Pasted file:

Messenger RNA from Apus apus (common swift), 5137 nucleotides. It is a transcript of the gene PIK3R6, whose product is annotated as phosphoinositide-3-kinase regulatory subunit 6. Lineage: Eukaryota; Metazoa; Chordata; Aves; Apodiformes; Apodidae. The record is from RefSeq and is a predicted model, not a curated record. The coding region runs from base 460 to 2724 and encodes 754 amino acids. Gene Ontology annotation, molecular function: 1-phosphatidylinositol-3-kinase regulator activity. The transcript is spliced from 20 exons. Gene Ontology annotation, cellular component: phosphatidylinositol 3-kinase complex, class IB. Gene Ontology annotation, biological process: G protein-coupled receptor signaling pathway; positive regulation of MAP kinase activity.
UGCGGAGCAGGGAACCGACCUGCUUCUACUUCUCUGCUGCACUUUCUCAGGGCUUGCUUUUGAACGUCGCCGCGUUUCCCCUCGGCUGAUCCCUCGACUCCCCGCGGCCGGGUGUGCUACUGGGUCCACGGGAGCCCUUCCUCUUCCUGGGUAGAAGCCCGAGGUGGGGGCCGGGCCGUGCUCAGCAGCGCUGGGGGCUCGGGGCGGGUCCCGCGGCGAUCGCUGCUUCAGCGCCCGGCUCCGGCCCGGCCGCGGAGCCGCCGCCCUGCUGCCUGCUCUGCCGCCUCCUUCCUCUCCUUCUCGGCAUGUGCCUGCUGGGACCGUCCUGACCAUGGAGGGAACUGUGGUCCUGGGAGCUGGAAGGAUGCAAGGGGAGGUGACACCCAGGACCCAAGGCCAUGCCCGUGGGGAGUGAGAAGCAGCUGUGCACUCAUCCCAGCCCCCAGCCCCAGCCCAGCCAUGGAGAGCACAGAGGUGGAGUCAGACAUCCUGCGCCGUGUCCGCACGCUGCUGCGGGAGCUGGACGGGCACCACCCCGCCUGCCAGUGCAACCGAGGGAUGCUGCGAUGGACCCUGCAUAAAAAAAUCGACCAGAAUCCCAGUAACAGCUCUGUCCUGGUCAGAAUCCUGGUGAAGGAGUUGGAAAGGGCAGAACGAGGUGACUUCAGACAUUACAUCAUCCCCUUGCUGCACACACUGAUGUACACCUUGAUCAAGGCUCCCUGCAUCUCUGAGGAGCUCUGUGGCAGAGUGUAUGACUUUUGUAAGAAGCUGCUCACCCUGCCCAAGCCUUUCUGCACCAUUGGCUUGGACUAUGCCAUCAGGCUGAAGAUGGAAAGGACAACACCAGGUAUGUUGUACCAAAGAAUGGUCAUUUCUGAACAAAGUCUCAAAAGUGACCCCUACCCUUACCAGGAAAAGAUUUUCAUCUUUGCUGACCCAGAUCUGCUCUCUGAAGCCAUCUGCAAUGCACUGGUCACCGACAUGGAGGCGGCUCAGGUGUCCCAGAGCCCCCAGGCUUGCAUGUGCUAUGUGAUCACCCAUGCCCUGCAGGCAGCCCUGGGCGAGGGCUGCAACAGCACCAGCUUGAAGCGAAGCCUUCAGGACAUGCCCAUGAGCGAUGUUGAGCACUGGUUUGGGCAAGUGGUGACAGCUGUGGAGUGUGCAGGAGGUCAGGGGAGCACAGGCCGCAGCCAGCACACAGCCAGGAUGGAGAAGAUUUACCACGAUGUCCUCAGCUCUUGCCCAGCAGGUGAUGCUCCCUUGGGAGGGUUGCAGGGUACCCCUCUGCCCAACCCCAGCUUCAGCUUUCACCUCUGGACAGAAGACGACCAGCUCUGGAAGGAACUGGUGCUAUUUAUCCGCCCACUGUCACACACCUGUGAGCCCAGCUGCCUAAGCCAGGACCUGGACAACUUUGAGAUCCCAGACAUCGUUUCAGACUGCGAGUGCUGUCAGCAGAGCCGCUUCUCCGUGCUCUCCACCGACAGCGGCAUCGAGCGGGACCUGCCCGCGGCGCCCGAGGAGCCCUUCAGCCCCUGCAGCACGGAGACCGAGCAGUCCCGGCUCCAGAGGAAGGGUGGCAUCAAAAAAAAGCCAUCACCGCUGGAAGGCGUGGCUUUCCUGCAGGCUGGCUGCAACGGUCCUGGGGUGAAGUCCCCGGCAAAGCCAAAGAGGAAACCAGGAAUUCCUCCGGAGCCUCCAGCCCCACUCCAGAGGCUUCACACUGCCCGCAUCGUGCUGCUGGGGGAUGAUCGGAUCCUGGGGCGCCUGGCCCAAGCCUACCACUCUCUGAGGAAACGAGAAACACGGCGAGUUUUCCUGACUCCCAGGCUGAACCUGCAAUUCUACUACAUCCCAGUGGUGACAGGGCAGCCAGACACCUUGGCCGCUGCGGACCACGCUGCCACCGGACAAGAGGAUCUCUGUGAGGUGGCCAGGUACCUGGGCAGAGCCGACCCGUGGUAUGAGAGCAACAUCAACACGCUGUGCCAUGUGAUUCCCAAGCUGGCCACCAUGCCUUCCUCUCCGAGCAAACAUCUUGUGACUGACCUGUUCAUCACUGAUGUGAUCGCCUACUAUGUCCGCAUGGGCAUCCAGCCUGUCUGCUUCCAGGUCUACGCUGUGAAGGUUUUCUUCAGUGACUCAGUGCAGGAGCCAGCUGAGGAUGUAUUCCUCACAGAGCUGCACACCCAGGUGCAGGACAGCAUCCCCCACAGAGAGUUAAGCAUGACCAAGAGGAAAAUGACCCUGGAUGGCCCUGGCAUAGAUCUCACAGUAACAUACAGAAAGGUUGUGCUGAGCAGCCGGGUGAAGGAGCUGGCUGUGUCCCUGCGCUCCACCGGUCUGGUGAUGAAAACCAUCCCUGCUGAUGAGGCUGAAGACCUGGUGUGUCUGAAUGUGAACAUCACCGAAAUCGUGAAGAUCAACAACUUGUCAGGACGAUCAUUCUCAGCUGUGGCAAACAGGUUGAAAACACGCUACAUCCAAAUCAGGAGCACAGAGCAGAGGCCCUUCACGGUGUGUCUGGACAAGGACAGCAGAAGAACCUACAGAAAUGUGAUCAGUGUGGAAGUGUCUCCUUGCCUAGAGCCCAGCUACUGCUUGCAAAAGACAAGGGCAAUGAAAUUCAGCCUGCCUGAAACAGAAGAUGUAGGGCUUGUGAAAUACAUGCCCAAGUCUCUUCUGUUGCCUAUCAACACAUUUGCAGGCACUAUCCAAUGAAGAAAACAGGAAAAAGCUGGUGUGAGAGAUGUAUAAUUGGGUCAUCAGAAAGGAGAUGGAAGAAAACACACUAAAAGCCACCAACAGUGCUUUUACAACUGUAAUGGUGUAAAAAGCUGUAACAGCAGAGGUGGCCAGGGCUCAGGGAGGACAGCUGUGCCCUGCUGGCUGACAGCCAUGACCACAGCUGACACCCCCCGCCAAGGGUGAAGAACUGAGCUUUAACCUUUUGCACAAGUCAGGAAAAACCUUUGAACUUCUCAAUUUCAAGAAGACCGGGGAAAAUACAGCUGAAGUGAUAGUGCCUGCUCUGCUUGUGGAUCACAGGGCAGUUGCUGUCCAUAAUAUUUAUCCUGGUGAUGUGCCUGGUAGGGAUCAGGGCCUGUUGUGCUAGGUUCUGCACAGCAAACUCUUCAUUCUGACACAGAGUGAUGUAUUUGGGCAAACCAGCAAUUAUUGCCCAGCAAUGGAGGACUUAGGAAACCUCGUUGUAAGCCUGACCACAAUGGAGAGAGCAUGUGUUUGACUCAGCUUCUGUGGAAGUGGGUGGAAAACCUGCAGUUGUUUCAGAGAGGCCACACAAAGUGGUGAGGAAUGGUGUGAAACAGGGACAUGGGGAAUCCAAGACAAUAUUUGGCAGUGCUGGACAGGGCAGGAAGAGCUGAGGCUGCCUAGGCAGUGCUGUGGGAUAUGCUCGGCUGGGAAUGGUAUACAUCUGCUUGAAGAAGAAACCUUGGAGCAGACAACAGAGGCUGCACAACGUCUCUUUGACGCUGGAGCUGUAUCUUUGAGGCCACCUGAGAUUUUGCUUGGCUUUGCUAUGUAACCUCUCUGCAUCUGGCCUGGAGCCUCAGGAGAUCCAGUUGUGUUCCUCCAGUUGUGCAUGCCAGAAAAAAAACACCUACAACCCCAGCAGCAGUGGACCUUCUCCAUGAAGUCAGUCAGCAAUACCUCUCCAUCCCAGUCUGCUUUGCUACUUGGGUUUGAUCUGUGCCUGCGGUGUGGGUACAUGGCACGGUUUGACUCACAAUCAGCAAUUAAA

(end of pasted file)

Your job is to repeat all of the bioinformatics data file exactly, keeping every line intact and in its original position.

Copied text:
Messenger RNA from Apus apus (common swift), 5137 nucleotides. It is a transcript of the gene PIK3R6, whose product is annotated as phosphoinositide-3-kinase regulatory subunit 6. Lineage: Eukaryota; Metazoa; Chordata; Aves; Apodiformes; Apodidae. The record is from RefSeq and is a predicted model, not a curated record. The coding region runs from base 460 to 2724 and encodes 754 amino acids. Gene Ontology annotation, molecular function: 1-phosphatidylinositol-3-kinase regulator activity. The transcript is spliced from 20 exons. Gene Ontology annotation, cellular component: phosphatidylinositol 3-kinase complex, class IB. Gene Ontology annotation, biological process: G protein-coupled receptor signaling pathway; positive regulation of MAP kinase activity.
UGCGGAGCAGGGAACCGACCUGCUUCUACUUCUCUGCUGCACUUUCUCAGGGCUUGCUUUUGAACGUCGCCGCGUUUCCCCUCGGCUGAUCCCUCGACUCCCCGCGGCCGGGUGUGCUACUGGGUCCACGGGAGCCCUUCCUCUUCCUGGGUAGAAGCCCGAGGUGGGGGCCGGGCCGUGCUCAGCAGCGCUGGGGGCUCGGGGCGGGUCCCGCGGCGAUCGCUGCUUCAGCGCCCGGCUCCGGCCCGGCCGCGGAGCCGCCGCCCUGCUGCCUGCUCUGCCGCCUCCUUCCUCUCCUUCUCGGCAUGUGCCUGCUGGGACCGUCCUGACCAUGGAGGGAACUGUGGUCCUGGGAGCUGGAAGGAUGCAAGGGGAGGUGACACCCAGGACCCAAGGCCAUGCCCGUGGGGAGUGAGAAGCAGCUGUGCACUCAUCCCAGCCCCCAGCCCCAGCCCAGCCAUGGAGAGCACAGAGGUGGAGUCAGACAUCCUGCGCCGUGUCCGCACGCUGCUGCGGGAGCUGGACGGGCACCACCCCGCCUGCCAGUGCAACCGAGGGAUGCUGCGAUGGACCCUGCAUAAAAAAAUCGACCAGAAUCCCAGUAACAGCUCUGUCCUGGUCAGAAUCCUGGUGAAGGAGUUGGAAAGGGCAGAACGAGGUGACUUCAGACAUUACAUCAUCCCCUUGCUGCACACACUGAUGUACACCUUGAUCAAGGCUCCCUGCAUCUCUGAGGAGCUCUGUGGCAGAGUGUAUGACUUUUGUAAGAAGCUGCUCACCCUGCCCAAGCCUUUCUGCACCAUUGGCUUGGACUAUGCCAUCAGGCUGAAGAUGGAAAGGACAACACCAGGUAUGUUGUACCAAAGAAUGGUCAUUUCUGAACAAAGUCUCAAAAGUGACCCCUACCCUUACCAGGAAAAGAUUUUCAUCUUUGCUGACCCAGAUCUGCUCUCUGAAGCCAUCUGCAAUGCACUGGUCACCGACAUGGAGGCGGCUCAGGUGUCCCAGAGCCCCCAGGCUUGCAUGUGCUAUGUGAUCACCCAUGCCCUGCAGGCAGCCCUGGGCGAGGGCUGCAACAGCACCAGCUUGAAGCGAAGCCUUCAGGACAUGCCCAUGAGCGAUGUUGAGCACUGGUUUGGGCAAGUGGUGACAGCUGUGGAGUGUGCAGGAGGUCAGGGGAGCACAGGCCGCAGCCAGCACACAGCCAGGAUGGAGAAGAUUUACCACGAUGUCCUCAGCUCUUGCCCAGCAGGUGAUGCUCCCUUGGGAGGGUUGCAGGGUACCCCUCUGCCCAACCCCAGCUUCAGCUUUCACCUCUGGACAGAAGACGACCAGCUCUGGAAGGAACUGGUGCUAUUUAUCCGCCCACUGUCACACACCUGUGAGCCCAGCUGCCUAAGCCAGGACCUGGACAACUUUGAGAUCCCAGACAUCGUUUCAGACUGCGAGUGCUGUCAGCAGAGCCGCUUCUCCGUGCUCUCCACCGACAGCGGCAUCGAGCGGGACCUGCCCGCGGCGCCCGAGGAGCCCUUCAGCCCCUGCAGCACGGAGACCGAGCAGUCCCGGCUCCAGAGGAAGGGUGGCAUCAAAAAAAAGCCAUCACCGCUGGAAGGCGUGGCUUUCCUGCAGGCUGGCUGCAACGGUCCUGGGGUGAAGUCCCCGGCAAAGCCAAAGAGGAAACCAGGAAUUCCUCCGGAGCCUCCAGCCCCACUCCAGAGGCUUCACACUGCCCGCAUCGUGCUGCUGGGGGAUGAUCGGAUCCUGGGGCGCCUGGCCCAAGCCUACCACUCUCUGAGGAAACGAGAAACACGGCGAGUUUUCCUGACUCCCAGGCUGAACCUGCAAUUCUACUACAUCCCAGUGGUGACAGGGCAGCCAGACACCUUGGCCGCUGCGGACCACGCUGCCACCGGACAAGAGGAUCUCUGUGAGGUGGCCAGGUACCUGGGCAGAGCCGACCCGUGGUAUGAGAGCAACAUCAACACGCUGUGCCAUGUGAUUCCCAAGCUGGCCACCAUGCCUUCCUCUCCGAGCAAACAUCUUGUGACUGACCUGUUCAUCACUGAUGUGAUCGCCUACUAUGUCCGCAUGGGCAUCCAGCCUGUCUGCUUCCAGGUCUACGCUGUGAAGGUUUUCUUCAGUGACUCAGUGCAGGAGCCAGCUGAGGAUGUAUUCCUCACAGAGCUGCACACCCAGGUGCAGGACAGCAUCCCCCACAGAGAGUUAAGCAUGACCAAGAGGAAAAUGACCCUGGAUGGCCCUGGCAUAGAUCUCACAGUAACAUACAGAAAGGUUGUGCUGAGCAGCCGGGUGAAGGAGCUGGCUGUGUCCCUGCGCUCCACCGGUCUGGUGAUGAAAACCAUCCCUGCUGAUGAGGCUGAAGACCUGGUGUGUCUGAAUGUGAACAUCACCGAAAUCGUGAAGAUCAACAACUUGUCAGGACGAUCAUUCUCAGCUGUGGCAAACAGGUUGAAAACACGCUACAUCCAAAUCAGGAGCACAGAGCAGAGGCCCUUCACGGUGUGUCUGGACAAGGACAGCAGAAGAACCUACAGAAAUGUGAUCAGUGUGGAAGUGUCUCCUUGCCUAGAGCCCAGCUACUGCUUGCAAAAGACAAGGGCAAUGAAAUUCAGCCUGCCUGAAACAGAAGAUGUAGGGCUUGUGAAAUACAUGCCCAAGUCUCUUCUGUUGCCUAUCAACACAUUUGCAGGCACUAUCCAAUGAAGAAAACAGGAAAAAGCUGGUGUGAGAGAUGUAUAAUUGGGUCAUCAGAAAGGAGAUGGAAGAAAACACACUAAAAGCCACCAACAGUGCUUUUACAACUGUAAUGGUGUAAAAAGCUGUAACAGCAGAGGUGGCCAGGGCUCAGGGAGGACAGCUGUGCCCUGCUGGCUGACAGCCAUGACCACAGCUGACACCCCCCGCCAAGGGUGAAGAACUGAGCUUUAACCUUUUGCACAAGUCAGGAAAAACCUUUGAACUUCUCAAUUUCAAGAAGACCGGGGAAAAUACAGCUGAAGUGAUAGUGCCUGCUCUGCUUGUGGAUCACAGGGCAGUUGCUGUCCAUAAUAUUUAUCCUGGUGAUGUGCCUGGUAGGGAUCAGGGCCUGUUGUGCUAGGUUCUGCACAGCAAACUCUUCAUUCUGACACAGAGUGAUGUAUUUGGGCAAACCAGCAAUUAUUGCCCAGCAAUGGAGGACUUAGGAAACCUCGUUGUAAGCCUGACCACAAUGGAGAGAGCAUGUGUUUGACUCAGCUUCUGUGGAAGUGGGUGGAAAACCUGCAGUUGUUUCAGAGAGGCCACACAAAGUGGUGAGGAAUGGUGUGAAACAGGGACAUGGGGAAUCCAAGACAAUAUUUGGCAGUGCUGGACAGGGCAGGAAGAGCUGAGGCUGCCUAGGCAGUGCUGUGGGAUAUGCUCGGCUGGGAAUGGUAUACAUCUGCUUGAAGAAGAAACCUUGGAGCAGACAACAGAGGCUGCACAACGUCUCUUUGACGCUGGAGCUGUAUCUUUGAGGCCACCUGAGAUUUUGCUUGGCUUUGCUAUGUAACCUCUCUGCAUCUGGCCUGGAGCCUCAGGAGAUCCAGUUGUGUUCCUCCAGUUGUGCAUGCCAGAAAAAAAACACCUACAACCCCAGCAGCAGUGGACCUUCUCCAUGAAGUCAGUCAGCAAUACCUCUCCAUCCCAGUCUGCUUUGCUACUUGGGUUUGAUCUGUGCCUGCGGUGUGGGUACAUGGCACGGUUUGACUCACAAUCAGCAAUUAAA